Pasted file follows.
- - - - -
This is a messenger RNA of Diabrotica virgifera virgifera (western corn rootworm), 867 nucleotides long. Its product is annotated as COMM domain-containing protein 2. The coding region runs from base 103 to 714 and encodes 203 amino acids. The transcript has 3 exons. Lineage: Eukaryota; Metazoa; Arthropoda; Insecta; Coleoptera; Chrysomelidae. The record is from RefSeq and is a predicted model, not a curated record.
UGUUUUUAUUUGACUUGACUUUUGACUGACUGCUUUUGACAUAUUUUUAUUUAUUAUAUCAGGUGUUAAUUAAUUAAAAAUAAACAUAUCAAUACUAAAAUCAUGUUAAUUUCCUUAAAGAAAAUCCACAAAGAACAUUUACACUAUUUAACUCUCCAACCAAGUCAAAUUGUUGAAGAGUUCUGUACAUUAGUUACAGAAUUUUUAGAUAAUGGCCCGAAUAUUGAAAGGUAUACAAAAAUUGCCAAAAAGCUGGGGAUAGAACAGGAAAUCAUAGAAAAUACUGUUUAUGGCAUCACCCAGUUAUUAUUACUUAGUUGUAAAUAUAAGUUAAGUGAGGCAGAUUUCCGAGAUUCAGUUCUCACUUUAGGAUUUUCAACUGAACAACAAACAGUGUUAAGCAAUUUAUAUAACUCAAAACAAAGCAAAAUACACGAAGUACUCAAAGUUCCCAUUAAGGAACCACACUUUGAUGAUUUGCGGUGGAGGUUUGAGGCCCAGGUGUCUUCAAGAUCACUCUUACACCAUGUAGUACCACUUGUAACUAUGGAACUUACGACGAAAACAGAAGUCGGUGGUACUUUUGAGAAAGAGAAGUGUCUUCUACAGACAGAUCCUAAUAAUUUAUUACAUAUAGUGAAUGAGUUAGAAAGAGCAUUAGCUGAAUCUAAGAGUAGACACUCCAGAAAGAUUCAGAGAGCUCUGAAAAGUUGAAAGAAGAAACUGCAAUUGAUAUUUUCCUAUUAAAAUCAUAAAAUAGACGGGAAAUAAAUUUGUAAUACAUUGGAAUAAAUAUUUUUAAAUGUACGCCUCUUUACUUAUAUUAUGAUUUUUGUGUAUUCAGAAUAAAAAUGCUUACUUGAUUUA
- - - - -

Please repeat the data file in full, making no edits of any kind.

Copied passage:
This is a messenger RNA of Diabrotica virgifera virgifera (western corn rootworm), 867 nucleotides long. Its product is annotated as COMM domain-containing protein 2. The coding region runs from base 103 to 714 and encodes 203 amino acids. The transcript has 3 exons. Lineage: Eukaryota; Metazoa; Arthropoda; Insecta; Coleoptera; Chrysomelidae. The record is from RefSeq and is a predicted model, not a curated record.
UGUUUUUAUUUGACUUGACUUUUGACUGACUGCUUUUGACAUAUUUUUAUUUAUUAUAUCAGGUGUUAAUUAAUUAAAAAUAAACAUAUCAAUACUAAAAUCAUGUUAAUUUCCUUAAAGAAAAUCCACAAAGAACAUUUACACUAUUUAACUCUCCAACCAAGUCAAAUUGUUGAAGAGUUCUGUACAUUAGUUACAGAAUUUUUAGAUAAUGGCCCGAAUAUUGAAAGGUAUACAAAAAUUGCCAAAAAGCUGGGGAUAGAACAGGAAAUCAUAGAAAAUACUGUUUAUGGCAUCACCCAGUUAUUAUUACUUAGUUGUAAAUAUAAGUUAAGUGAGGCAGAUUUCCGAGAUUCAGUUCUCACUUUAGGAUUUUCAACUGAACAACAAACAGUGUUAAGCAAUUUAUAUAACUCAAAACAAAGCAAAAUACACGAAGUACUCAAAGUUCCCAUUAAGGAACCACACUUUGAUGAUUUGCGGUGGAGGUUUGAGGCCCAGGUGUCUUCAAGAUCACUCUUACACCAUGUAGUACCACUUGUAACUAUGGAACUUACGACGAAAACAGAAGUCGGUGGUACUUUUGAGAAAGAGAAGUGUCUUCUACAGACAGAUCCUAAUAAUUUAUUACAUAUAGUGAAUGAGUUAGAAAGAGCAUUAGCUGAAUCUAAGAGUAGACACUCCAGAAAGAUUCAGAGAGCUCUGAAAAGUUGAAAGAAGAAACUGCAAUUGAUAUUUUCCUAUUAAAAUCAUAAAAUAGACGGGAAAUAAAUUUGUAAUACAUUGGAAUAAAUAUUUUUAAAUGUACGCCUCUUUACUUAUAUUAUGAUUUUUGUGUAUUCAGAAUAAAAAUGCUUACUUGAUUUA